Mural.ly gets collaborative, lets teams create and manage multi-media pinboards
There has never been a better time to be a creative professional. The tools available today make gathering inspiration, expressing ideas, and sharing your work with millions easier than ever before. One of the more interesting segments within this category is that of visual collaboration. Rather than making a single individual more creative and prolific, the latest generation of software is making it possible for entire teams to collaborate using a wide variety of media.
Mural.ly, which has previously allowed individuals to create dynamic pinboards of photos, websites, files, and documents from sources like YouTube, Vimeo, Pinterest, Google Maps, Google Images, Google Drive, and Dropbox, today threw its hat into the collaboration ring. Based on feedback from thousands of its beta users across industries, the company designed an interface that is deliberately less structured than other collaboration products and more focused on creativity.
“Most collaboration software out there is too structured: text, tables, and image uploads in a structured format that is not very suitable for imagination,” co-founder and CEO Mariano Suarez Battan says. “They need something easy and flexible to use to help them stay in the flow and let their ideas grow like in their designer war rooms.”
In the new product, multiple users can add and manipulate content to Murals simultaneously. Murals are also zoomable, allowing “big picture” and micro focus. The company introduced a new comment layer enabling team members to discuss changes or new ideas, including directing comments at specific individuals through [email protected] In conjunction with these new communication features, comes an improved email notification system that aims to illustrate the changes being made visually, while still avoiding email overload.
Perhaps the biggest change is that users can now create private, or “indoor,” murals for those confidential projects, restricting access to only approved collaborators – as opposed to public, or “outdoor,” murals. These indoor murals will be part of a yet to be finalized paid premium product aimed at businesses. Other features available to paid users include organizing murals in rooms, integrated invitations, and connection to premium storage. The premium product will be free to use for schools in the case of open, public projects, and at a discounted rate for private rooms. Pricing for businesses will be announced in a matter of weeks.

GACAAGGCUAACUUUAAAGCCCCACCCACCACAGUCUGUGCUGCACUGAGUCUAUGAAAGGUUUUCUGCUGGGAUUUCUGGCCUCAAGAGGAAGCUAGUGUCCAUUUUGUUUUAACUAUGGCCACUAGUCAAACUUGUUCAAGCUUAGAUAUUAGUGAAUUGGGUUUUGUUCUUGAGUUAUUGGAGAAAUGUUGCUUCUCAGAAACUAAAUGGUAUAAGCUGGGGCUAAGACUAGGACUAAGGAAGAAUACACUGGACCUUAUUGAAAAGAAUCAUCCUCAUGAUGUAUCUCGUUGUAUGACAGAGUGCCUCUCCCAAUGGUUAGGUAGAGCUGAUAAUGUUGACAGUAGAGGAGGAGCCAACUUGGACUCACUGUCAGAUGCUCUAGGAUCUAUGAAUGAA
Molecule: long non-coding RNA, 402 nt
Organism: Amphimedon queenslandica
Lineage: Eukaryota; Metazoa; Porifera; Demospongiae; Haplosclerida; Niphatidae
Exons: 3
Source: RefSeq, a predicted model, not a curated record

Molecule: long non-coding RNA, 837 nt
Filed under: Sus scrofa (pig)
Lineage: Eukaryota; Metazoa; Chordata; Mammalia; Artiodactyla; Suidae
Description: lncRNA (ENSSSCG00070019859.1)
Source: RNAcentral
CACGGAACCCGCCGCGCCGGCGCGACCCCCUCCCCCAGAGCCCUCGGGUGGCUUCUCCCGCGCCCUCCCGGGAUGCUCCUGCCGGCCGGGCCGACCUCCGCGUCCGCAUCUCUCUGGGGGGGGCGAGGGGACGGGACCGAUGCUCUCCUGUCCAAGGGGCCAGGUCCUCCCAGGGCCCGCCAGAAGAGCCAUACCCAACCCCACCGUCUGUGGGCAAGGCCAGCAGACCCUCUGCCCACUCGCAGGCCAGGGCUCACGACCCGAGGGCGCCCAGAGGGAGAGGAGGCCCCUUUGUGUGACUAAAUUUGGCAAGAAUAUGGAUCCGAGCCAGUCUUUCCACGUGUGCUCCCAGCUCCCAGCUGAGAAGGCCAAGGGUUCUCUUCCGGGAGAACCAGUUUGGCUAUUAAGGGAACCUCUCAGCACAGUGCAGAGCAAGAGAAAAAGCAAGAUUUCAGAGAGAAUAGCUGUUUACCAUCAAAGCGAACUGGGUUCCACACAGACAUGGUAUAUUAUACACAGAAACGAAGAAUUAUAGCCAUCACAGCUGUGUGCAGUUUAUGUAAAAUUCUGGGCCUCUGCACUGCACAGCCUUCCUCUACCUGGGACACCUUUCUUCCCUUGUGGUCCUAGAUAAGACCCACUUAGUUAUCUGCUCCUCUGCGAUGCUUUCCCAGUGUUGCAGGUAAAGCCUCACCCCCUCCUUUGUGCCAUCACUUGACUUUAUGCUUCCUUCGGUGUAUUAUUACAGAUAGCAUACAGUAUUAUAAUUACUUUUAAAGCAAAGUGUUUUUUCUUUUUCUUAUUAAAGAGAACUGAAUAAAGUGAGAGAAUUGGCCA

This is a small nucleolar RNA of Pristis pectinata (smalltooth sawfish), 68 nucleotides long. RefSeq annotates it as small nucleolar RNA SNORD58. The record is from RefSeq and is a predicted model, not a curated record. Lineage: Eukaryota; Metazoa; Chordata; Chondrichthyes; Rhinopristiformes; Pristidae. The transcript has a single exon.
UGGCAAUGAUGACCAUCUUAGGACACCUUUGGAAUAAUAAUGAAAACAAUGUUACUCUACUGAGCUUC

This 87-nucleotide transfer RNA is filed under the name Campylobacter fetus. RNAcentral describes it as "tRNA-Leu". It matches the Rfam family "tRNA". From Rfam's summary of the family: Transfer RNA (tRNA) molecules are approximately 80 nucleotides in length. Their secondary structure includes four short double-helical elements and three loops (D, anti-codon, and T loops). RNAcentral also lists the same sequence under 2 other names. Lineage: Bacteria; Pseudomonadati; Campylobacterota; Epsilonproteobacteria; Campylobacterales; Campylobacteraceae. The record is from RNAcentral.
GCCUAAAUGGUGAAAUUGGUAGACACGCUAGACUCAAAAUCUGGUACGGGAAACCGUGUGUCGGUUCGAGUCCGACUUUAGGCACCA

Mural.ly got an overall performance tune up as well. The rebuilt product relies on HTML5, Node.js, and Microsoft’s Azure cloud computing platform to push the performance limits of the browser. The latest update also added SSL encryption. The product is currently accessible through the desktop Web, and through its mobile optimized site. The company anticipates introducing a native iPad app focused on content uploading in the near future.
Since launching in September 2012, Mural.ly has attracted thousands of beta users, including web product teams, game designers, visual designers, advertising agencies, visual thinking specialists, writers, videographers. The company raised a $775,000 Seed round led by Intel Capital, with participation from 500 Startups and Alta Ventures. Founded in Buenos Aires, Argentina, the 500 Startups company now bases a significant portion of its operations in the San Francisco Bay Area.
It would be easy to write Mural.ly off as a Pinterest spin off, but there a large audience for specialized creative tools such as this. The success of Gobbler's custom cloud storage product for creative professionals and The IdeaLists creative services marketplace, among countless others, illustrate the degree to which innovation is being rewarded in the space. Now Battan has the challenge of getting Mural.ly in front of as many users in this category as possible and making the premium product so compelling that people are willing to pay for it.
[Image source: eduardo kobra via Design Boom]